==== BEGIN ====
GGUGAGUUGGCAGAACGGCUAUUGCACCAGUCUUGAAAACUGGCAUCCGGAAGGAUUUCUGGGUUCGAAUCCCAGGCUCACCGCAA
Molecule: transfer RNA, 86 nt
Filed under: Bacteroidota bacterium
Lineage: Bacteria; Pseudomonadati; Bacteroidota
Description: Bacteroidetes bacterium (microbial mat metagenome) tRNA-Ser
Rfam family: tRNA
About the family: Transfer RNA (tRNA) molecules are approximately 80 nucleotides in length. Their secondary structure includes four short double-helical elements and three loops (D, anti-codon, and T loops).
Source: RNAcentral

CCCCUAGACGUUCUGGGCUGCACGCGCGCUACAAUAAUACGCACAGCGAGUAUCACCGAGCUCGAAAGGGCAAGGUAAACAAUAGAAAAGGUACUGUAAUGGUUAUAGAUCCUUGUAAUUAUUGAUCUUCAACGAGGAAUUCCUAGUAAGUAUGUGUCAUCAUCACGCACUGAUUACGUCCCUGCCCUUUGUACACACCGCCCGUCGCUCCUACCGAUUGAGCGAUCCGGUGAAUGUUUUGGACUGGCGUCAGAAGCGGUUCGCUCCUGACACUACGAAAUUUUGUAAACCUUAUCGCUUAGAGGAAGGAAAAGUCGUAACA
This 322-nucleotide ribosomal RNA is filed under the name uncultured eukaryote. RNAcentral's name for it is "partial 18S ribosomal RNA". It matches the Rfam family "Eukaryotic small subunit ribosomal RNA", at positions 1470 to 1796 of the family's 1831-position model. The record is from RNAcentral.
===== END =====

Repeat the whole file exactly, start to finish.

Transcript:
GGUGAGUUGGCAGAACGGCUAUUGCACCAGUCUUGAAAACUGGCAUCCGGAAGGAUUUCUGGGUUCGAAUCCCAGGCUCACCGCAA
Molecule: transfer RNA, 86 nt
Filed under: Bacteroidota bacterium
Lineage: Bacteria; Pseudomonadati; Bacteroidota
Description: Bacteroidetes bacterium (microbial mat metagenome) tRNA-Ser
Rfam family: tRNA
About the family: Transfer RNA (tRNA) molecules are approximately 80 nucleotides in length. Their secondary structure includes four short double-helical elements and three loops (D, anti-codon, and T loops).
Source: RNAcentral

CCCCUAGACGUUCUGGGCUGCACGCGCGCUACAAUAAUACGCACAGCGAGUAUCACCGAGCUCGAAAGGGCAAGGUAAACAAUAGAAAAGGUACUGUAAUGGUUAUAGAUCCUUGUAAUUAUUGAUCUUCAACGAGGAAUUCCUAGUAAGUAUGUGUCAUCAUCACGCACUGAUUACGUCCCUGCCCUUUGUACACACCGCCCGUCGCUCCUACCGAUUGAGCGAUCCGGUGAAUGUUUUGGACUGGCGUCAGAAGCGGUUCGCUCCUGACACUACGAAAUUUUGUAAACCUUAUCGCUUAGAGGAAGGAAAAGUCGUAACA
This 322-nucleotide ribosomal RNA is filed under the name uncultured eukaryote. RNAcentral's name for it is "partial 18S ribosomal RNA". It matches the Rfam family "Eukaryotic small subunit ribosomal RNA", at positions 1470 to 1796 of the family's 1831-position model. The record is from RNAcentral.